25 Mar 2019
The world’s population continues to grow, and with it comes the most basic requirement: the need to adequately feed more people, including those in regions where soil nutrients and rainfall are less than ideal for raising crops. Ecologically, the challenge is to produce more food, including fruits, cereals and vegetables, without increasing our environmental footprint.
Fertilizer will play an important role in helping us reach this goal, however the industry and growers must find the right balance of inputs, minimize losses to the environment, reduce nitrate levels in groundwater, emissions of greenhouse gases, soil pollution, as well as surface runoff of nitrogen and phosphorous nutrients which hamper oxygen production in water bodies. Given worldwide mineral fertilizer usage increases year-on-year, Improving fertilizers and their performance is vital.
Multinutrient (NPK) fertilizer still dominates the landscape, however growers are increasingly looking for high-purity and water-soluble formulations for foliar applications where the same is applied directly to a plant’s leaves or foliage. If an irrigation system is used, this is referred to as fertigation, a new term constructed from the words ‘fertilization’ and ‘irrigation.’
The precise amount of nutrients made available to the plant is easily controlled and they are taken up quickly, reducing the chances that fertilizer is wasted or toxifies the soil due to over-fertilization. Given their low salt content, water-soluble fertilizers are less likely to burn plant tissue or clog spray systems and pumps.
Several types of water-soluble fertilizers are available today, including monoammonium phosphate or MAP, which is a widely used source of phosphorus and nitrogen and contains the most phosphorus of any common solid fertilizer. MAP is widely used at the beginning of the growth season when phosphorus availability is crucial for the establishment of the root system, but it can also be tank-mixed with other fertilizers to meet crop nutritional needs throughout the growth cycle. Produced as a white crystalline pellet, it is highly concentrated and characterized by the following key attributes:
In the production of MAP, high-purity phosphoric acid is generally used as the starting product. GEA has developed and implemented a ground-breaking solution to produce high quality soluble MAP fertilizer that eliminates:
The solution is already being successfully used by a GEA customer in Eastern Europe who was able to avoid considerable capital and operating expenditures thanks to the use of non-purified, merchant grade phosphoric acid, yet still achieve a high-purity MAP fertilizer, which as a product has a high market value.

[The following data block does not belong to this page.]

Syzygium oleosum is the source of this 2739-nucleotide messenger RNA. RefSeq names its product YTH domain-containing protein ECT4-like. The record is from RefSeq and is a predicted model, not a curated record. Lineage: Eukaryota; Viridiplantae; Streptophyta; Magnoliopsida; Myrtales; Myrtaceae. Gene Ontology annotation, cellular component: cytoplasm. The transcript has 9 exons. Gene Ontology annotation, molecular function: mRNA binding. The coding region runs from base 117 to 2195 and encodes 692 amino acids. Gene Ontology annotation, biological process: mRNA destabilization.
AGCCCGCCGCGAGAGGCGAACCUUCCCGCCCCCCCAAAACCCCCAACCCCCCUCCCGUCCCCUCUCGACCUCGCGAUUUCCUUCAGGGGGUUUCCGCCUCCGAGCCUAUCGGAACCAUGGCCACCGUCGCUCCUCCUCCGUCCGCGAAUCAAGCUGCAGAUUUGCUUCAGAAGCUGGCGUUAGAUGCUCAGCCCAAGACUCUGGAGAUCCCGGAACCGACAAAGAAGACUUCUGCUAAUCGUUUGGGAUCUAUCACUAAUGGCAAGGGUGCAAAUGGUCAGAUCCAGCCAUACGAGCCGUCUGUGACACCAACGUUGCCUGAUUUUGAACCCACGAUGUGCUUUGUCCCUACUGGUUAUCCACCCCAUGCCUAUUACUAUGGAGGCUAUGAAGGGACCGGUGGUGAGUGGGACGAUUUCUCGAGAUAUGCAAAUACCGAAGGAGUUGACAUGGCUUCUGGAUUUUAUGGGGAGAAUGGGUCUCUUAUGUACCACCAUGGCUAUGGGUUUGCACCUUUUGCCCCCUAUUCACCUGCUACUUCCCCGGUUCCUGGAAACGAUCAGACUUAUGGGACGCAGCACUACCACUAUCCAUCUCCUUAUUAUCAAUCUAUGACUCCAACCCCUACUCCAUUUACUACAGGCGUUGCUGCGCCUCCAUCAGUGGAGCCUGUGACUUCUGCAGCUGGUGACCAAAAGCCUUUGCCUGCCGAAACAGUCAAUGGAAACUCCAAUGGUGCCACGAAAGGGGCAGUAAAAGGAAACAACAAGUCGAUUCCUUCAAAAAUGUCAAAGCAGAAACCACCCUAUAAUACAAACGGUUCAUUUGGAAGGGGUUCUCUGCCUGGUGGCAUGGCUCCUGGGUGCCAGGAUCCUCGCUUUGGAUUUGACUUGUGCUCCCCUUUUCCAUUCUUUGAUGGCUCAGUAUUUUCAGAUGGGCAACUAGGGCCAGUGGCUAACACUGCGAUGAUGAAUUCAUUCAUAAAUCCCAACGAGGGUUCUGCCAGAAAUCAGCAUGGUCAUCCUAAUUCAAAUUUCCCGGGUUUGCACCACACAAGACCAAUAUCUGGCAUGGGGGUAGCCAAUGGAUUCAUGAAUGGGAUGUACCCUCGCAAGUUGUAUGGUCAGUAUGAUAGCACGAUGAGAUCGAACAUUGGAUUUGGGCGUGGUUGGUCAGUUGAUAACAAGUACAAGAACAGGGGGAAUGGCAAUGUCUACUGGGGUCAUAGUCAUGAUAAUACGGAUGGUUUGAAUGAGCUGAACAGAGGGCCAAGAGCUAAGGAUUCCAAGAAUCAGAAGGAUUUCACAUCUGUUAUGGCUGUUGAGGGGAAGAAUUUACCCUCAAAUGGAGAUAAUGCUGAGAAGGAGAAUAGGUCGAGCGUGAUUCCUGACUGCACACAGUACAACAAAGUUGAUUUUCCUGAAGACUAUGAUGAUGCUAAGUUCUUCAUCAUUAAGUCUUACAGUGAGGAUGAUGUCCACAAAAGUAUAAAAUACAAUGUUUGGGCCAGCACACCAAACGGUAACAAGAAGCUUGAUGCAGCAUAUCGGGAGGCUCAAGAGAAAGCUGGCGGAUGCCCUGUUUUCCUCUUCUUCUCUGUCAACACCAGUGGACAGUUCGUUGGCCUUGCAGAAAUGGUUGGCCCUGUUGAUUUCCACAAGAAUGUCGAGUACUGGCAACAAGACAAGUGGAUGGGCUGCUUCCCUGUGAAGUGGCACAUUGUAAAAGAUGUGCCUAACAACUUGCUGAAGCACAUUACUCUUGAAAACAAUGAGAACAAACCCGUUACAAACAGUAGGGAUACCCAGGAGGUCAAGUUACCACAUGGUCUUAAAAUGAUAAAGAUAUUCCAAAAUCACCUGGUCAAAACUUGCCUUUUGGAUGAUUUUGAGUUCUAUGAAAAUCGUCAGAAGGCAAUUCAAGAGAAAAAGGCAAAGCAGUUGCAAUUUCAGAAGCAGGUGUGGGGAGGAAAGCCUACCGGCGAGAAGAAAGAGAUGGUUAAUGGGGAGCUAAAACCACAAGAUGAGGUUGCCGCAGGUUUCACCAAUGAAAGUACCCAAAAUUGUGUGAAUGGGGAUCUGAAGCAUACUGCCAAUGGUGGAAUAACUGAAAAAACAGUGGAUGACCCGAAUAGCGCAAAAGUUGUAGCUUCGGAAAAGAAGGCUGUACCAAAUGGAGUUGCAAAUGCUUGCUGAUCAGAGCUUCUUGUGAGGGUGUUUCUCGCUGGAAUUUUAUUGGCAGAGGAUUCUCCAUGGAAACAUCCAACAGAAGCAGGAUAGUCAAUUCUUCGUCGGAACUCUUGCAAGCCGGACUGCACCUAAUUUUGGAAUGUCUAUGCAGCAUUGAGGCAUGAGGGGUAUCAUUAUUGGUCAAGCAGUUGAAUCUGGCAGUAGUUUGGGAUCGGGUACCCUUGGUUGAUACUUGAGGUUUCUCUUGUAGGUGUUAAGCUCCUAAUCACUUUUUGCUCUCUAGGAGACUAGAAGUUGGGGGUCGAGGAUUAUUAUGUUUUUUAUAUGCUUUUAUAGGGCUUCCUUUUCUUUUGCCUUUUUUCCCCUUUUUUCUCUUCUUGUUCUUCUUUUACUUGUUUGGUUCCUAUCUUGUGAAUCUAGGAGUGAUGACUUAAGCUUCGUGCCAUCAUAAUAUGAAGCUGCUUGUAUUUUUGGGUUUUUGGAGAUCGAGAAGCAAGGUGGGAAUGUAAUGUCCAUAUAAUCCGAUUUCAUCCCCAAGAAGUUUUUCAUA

A major technological coup for GEA within the fertilizer industry, the success of this innovation was the result of having the opportunity to test and combine different technologies and applications while drawing on the vast knowledge available across the diverse GEA portfolio and network. “We began with very small-scale lab tests to better understand the product behavior, then proceeded with tests on larger samples. Next, we tested the entire process with pilot plants for separation, membrane filtration, evaporation and crystallization technology,” explains Giedrius Gudeika, Head of Solutions Sales, GEA Baltics.
After just six months of trial and error, the GEA team finalized a solution that allows the customer to use up to 30% of its non-purified phosphoric acid feed to produce pure soluble MAP fertilizer while the remaining 70% is used to make standard granular MAP fertilizer.
- Didier Felix, Test Center Manager for Product Testing & Prototyping, Separation Processes, GEA
GEA tailored plant solutions are adapted to the specific composition of the merchant grade phosphoric acid and tightly control impurities, thus guaranteeing the quality of the final product. With more than 100 years of experience in crystallization alone, GEA plant technologies are designed to meet the requirements of diverse fertilizer and phosphate applications and include: evaporators, crystallizers, centrifugal separators, spray dryers and fluid beds for agglomeration or granulation.
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